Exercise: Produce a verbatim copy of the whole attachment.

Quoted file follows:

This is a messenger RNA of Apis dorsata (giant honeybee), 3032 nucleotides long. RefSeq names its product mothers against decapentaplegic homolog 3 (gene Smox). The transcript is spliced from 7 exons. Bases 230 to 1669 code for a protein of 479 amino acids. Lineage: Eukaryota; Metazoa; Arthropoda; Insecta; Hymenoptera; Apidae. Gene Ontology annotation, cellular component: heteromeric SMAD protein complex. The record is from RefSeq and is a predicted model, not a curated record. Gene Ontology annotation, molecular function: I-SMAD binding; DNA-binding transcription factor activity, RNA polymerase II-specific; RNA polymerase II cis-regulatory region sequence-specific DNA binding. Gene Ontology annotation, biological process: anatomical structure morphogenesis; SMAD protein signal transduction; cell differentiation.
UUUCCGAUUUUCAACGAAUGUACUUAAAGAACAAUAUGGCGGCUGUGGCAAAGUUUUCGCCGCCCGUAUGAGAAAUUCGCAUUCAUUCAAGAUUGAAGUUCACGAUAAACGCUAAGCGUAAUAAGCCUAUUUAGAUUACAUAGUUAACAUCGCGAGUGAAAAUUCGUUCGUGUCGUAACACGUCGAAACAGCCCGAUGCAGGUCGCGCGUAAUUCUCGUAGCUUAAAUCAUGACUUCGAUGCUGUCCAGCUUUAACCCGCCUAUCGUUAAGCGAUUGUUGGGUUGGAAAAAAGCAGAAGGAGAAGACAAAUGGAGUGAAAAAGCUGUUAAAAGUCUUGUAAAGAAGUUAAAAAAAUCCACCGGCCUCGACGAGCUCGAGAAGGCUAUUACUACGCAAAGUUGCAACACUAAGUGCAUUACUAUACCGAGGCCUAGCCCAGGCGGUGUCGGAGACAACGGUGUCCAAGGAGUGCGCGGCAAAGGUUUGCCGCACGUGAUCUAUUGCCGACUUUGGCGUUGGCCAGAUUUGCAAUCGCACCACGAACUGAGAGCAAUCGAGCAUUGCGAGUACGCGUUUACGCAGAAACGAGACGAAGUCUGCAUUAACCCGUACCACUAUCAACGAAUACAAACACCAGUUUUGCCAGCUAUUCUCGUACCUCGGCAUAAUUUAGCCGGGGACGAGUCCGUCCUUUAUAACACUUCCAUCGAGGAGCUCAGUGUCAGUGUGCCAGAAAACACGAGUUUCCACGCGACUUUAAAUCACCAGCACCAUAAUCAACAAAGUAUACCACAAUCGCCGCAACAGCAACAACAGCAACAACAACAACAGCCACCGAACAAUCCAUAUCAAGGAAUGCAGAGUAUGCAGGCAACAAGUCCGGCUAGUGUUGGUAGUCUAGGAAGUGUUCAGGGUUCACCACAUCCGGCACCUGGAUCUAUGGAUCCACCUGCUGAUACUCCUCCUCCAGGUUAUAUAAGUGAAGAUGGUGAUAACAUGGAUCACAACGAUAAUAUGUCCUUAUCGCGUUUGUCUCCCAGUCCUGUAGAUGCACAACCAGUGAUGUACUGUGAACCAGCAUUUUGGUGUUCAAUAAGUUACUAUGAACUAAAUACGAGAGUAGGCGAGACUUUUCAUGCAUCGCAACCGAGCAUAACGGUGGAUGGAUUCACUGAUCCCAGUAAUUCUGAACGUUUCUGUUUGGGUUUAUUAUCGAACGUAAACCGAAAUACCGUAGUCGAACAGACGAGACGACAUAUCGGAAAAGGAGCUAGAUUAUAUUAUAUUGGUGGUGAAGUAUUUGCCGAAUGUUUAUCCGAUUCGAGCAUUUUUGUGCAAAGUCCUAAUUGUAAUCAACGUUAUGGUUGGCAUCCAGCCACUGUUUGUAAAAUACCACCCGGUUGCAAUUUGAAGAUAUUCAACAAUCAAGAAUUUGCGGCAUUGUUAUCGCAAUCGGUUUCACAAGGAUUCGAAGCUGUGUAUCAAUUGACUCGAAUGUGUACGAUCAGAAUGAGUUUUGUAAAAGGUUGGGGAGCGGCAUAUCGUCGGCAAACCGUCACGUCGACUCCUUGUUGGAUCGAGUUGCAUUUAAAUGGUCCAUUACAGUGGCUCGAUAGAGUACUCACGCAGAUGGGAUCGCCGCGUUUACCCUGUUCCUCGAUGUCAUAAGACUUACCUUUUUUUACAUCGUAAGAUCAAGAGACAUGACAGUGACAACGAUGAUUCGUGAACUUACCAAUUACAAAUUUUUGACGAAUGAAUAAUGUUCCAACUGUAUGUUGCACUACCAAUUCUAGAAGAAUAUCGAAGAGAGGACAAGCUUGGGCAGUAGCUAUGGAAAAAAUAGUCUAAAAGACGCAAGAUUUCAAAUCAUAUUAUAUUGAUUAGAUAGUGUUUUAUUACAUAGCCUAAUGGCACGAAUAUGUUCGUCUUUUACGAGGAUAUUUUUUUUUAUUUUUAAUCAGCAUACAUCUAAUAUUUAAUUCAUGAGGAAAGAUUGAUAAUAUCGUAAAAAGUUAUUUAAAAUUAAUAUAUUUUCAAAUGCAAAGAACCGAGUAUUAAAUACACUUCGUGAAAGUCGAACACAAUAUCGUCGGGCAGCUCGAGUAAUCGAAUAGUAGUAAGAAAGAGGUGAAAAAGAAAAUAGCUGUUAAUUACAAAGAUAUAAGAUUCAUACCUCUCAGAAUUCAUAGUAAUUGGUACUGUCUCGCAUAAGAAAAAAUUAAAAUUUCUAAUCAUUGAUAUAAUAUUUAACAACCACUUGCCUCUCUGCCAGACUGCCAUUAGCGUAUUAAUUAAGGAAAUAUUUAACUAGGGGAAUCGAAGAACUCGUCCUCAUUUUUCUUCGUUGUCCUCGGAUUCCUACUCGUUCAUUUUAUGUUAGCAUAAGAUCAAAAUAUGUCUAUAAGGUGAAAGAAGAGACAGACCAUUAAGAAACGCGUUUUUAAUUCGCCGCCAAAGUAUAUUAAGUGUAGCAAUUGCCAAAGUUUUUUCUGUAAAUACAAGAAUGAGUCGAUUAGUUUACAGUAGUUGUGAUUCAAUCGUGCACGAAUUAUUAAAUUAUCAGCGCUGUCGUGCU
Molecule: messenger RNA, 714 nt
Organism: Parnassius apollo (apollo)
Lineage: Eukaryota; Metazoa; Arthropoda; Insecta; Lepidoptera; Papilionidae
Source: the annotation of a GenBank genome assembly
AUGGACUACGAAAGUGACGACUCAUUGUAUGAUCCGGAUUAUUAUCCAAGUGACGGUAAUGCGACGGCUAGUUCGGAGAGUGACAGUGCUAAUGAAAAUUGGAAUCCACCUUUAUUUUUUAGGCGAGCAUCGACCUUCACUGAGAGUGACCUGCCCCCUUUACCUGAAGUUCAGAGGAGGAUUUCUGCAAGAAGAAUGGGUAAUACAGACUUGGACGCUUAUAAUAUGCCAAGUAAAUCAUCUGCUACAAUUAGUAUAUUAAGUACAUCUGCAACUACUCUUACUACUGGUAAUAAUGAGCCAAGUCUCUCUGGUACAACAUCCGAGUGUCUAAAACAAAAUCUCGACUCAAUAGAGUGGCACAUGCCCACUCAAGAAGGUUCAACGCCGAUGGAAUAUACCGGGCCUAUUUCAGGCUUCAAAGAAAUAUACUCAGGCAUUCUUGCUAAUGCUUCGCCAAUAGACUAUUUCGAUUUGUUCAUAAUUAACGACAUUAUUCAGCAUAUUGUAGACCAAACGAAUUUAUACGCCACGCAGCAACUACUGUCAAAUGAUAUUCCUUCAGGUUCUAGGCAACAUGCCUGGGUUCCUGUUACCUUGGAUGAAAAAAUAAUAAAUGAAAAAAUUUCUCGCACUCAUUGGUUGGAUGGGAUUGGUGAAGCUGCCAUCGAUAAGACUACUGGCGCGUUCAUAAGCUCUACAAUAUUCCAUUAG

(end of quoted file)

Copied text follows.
This is a messenger RNA of Apis dorsata (giant honeybee), 3032 nucleotides long. RefSeq names its product mothers against decapentaplegic homolog 3 (gene Smox). The transcript is spliced from 7 exons. Bases 230 to 1669 code for a protein of 479 amino acids. Lineage: Eukaryota; Metazoa; Arthropoda; Insecta; Hymenoptera; Apidae. Gene Ontology annotation, cellular component: heteromeric SMAD protein complex. The record is from RefSeq and is a predicted model, not a curated record. Gene Ontology annotation, molecular function: I-SMAD binding; DNA-binding transcription factor activity, RNA polymerase II-specific; RNA polymerase II cis-regulatory region sequence-specific DNA binding. Gene Ontology annotation, biological process: anatomical structure morphogenesis; SMAD protein signal transduction; cell differentiation.
UUUCCGAUUUUCAACGAAUGUACUUAAAGAACAAUAUGGCGGCUGUGGCAAAGUUUUCGCCGCCCGUAUGAGAAAUUCGCAUUCAUUCAAGAUUGAAGUUCACGAUAAACGCUAAGCGUAAUAAGCCUAUUUAGAUUACAUAGUUAACAUCGCGAGUGAAAAUUCGUUCGUGUCGUAACACGUCGAAACAGCCCGAUGCAGGUCGCGCGUAAUUCUCGUAGCUUAAAUCAUGACUUCGAUGCUGUCCAGCUUUAACCCGCCUAUCGUUAAGCGAUUGUUGGGUUGGAAAAAAGCAGAAGGAGAAGACAAAUGGAGUGAAAAAGCUGUUAAAAGUCUUGUAAAGAAGUUAAAAAAAUCCACCGGCCUCGACGAGCUCGAGAAGGCUAUUACUACGCAAAGUUGCAACACUAAGUGCAUUACUAUACCGAGGCCUAGCCCAGGCGGUGUCGGAGACAACGGUGUCCAAGGAGUGCGCGGCAAAGGUUUGCCGCACGUGAUCUAUUGCCGACUUUGGCGUUGGCCAGAUUUGCAAUCGCACCACGAACUGAGAGCAAUCGAGCAUUGCGAGUACGCGUUUACGCAGAAACGAGACGAAGUCUGCAUUAACCCGUACCACUAUCAACGAAUACAAACACCAGUUUUGCCAGCUAUUCUCGUACCUCGGCAUAAUUUAGCCGGGGACGAGUCCGUCCUUUAUAACACUUCCAUCGAGGAGCUCAGUGUCAGUGUGCCAGAAAACACGAGUUUCCACGCGACUUUAAAUCACCAGCACCAUAAUCAACAAAGUAUACCACAAUCGCCGCAACAGCAACAACAGCAACAACAACAACAGCCACCGAACAAUCCAUAUCAAGGAAUGCAGAGUAUGCAGGCAACAAGUCCGGCUAGUGUUGGUAGUCUAGGAAGUGUUCAGGGUUCACCACAUCCGGCACCUGGAUCUAUGGAUCCACCUGCUGAUACUCCUCCUCCAGGUUAUAUAAGUGAAGAUGGUGAUAACAUGGAUCACAACGAUAAUAUGUCCUUAUCGCGUUUGUCUCCCAGUCCUGUAGAUGCACAACCAGUGAUGUACUGUGAACCAGCAUUUUGGUGUUCAAUAAGUUACUAUGAACUAAAUACGAGAGUAGGCGAGACUUUUCAUGCAUCGCAACCGAGCAUAACGGUGGAUGGAUUCACUGAUCCCAGUAAUUCUGAACGUUUCUGUUUGGGUUUAUUAUCGAACGUAAACCGAAAUACCGUAGUCGAACAGACGAGACGACAUAUCGGAAAAGGAGCUAGAUUAUAUUAUAUUGGUGGUGAAGUAUUUGCCGAAUGUUUAUCCGAUUCGAGCAUUUUUGUGCAAAGUCCUAAUUGUAAUCAACGUUAUGGUUGGCAUCCAGCCACUGUUUGUAAAAUACCACCCGGUUGCAAUUUGAAGAUAUUCAACAAUCAAGAAUUUGCGGCAUUGUUAUCGCAAUCGGUUUCACAAGGAUUCGAAGCUGUGUAUCAAUUGACUCGAAUGUGUACGAUCAGAAUGAGUUUUGUAAAAGGUUGGGGAGCGGCAUAUCGUCGGCAAACCGUCACGUCGACUCCUUGUUGGAUCGAGUUGCAUUUAAAUGGUCCAUUACAGUGGCUCGAUAGAGUACUCACGCAGAUGGGAUCGCCGCGUUUACCCUGUUCCUCGAUGUCAUAAGACUUACCUUUUUUUACAUCGUAAGAUCAAGAGACAUGACAGUGACAACGAUGAUUCGUGAACUUACCAAUUACAAAUUUUUGACGAAUGAAUAAUGUUCCAACUGUAUGUUGCACUACCAAUUCUAGAAGAAUAUCGAAGAGAGGACAAGCUUGGGCAGUAGCUAUGGAAAAAAUAGUCUAAAAGACGCAAGAUUUCAAAUCAUAUUAUAUUGAUUAGAUAGUGUUUUAUUACAUAGCCUAAUGGCACGAAUAUGUUCGUCUUUUACGAGGAUAUUUUUUUUUAUUUUUAAUCAGCAUACAUCUAAUAUUUAAUUCAUGAGGAAAGAUUGAUAAUAUCGUAAAAAGUUAUUUAAAAUUAAUAUAUUUUCAAAUGCAAAGAACCGAGUAUUAAAUACACUUCGUGAAAGUCGAACACAAUAUCGUCGGGCAGCUCGAGUAAUCGAAUAGUAGUAAGAAAGAGGUGAAAAAGAAAAUAGCUGUUAAUUACAAAGAUAUAAGAUUCAUACCUCUCAGAAUUCAUAGUAAUUGGUACUGUCUCGCAUAAGAAAAAAUUAAAAUUUCUAAUCAUUGAUAUAAUAUUUAACAACCACUUGCCUCUCUGCCAGACUGCCAUUAGCGUAUUAAUUAAGGAAAUAUUUAACUAGGGGAAUCGAAGAACUCGUCCUCAUUUUUCUUCGUUGUCCUCGGAUUCCUACUCGUUCAUUUUAUGUUAGCAUAAGAUCAAAAUAUGUCUAUAAGGUGAAAGAAGAGACAGACCAUUAAGAAACGCGUUUUUAAUUCGCCGCCAAAGUAUAUUAAGUGUAGCAAUUGCCAAAGUUUUUUCUGUAAAUACAAGAAUGAGUCGAUUAGUUUACAGUAGUUGUGAUUCAAUCGUGCACGAAUUAUUAAAUUAUCAGCGCUGUCGUGCU
Molecule: messenger RNA, 714 nt
Organism: Parnassius apollo (apollo)
Lineage: Eukaryota; Metazoa; Arthropoda; Insecta; Lepidoptera; Papilionidae
Source: the annotation of a GenBank genome assembly
AUGGACUACGAAAGUGACGACUCAUUGUAUGAUCCGGAUUAUUAUCCAAGUGACGGUAAUGCGACGGCUAGUUCGGAGAGUGACAGUGCUAAUGAAAAUUGGAAUCCACCUUUAUUUUUUAGGCGAGCAUCGACCUUCACUGAGAGUGACCUGCCCCCUUUACCUGAAGUUCAGAGGAGGAUUUCUGCAAGAAGAAUGGGUAAUACAGACUUGGACGCUUAUAAUAUGCCAAGUAAAUCAUCUGCUACAAUUAGUAUAUUAAGUACAUCUGCAACUACUCUUACUACUGGUAAUAAUGAGCCAAGUCUCUCUGGUACAACAUCCGAGUGUCUAAAACAAAAUCUCGACUCAAUAGAGUGGCACAUGCCCACUCAAGAAGGUUCAACGCCGAUGGAAUAUACCGGGCCUAUUUCAGGCUUCAAAGAAAUAUACUCAGGCAUUCUUGCUAAUGCUUCGCCAAUAGACUAUUUCGAUUUGUUCAUAAUUAACGACAUUAUUCAGCAUAUUGUAGACCAAACGAAUUUAUACGCCACGCAGCAACUACUGUCAAAUGAUAUUCCUUCAGGUUCUAGGCAACAUGCCUGGGUUCCUGUUACCUUGGAUGAAAAAAUAAUAAAUGAAAAAAUUUCUCGCACUCAUUGGUUGGAUGGGAUUGGUGAAGCUGCCAUCGAUAAGACUACUGGCGCGUUCAUAAGCUCUACAAUAUUCCAUUAG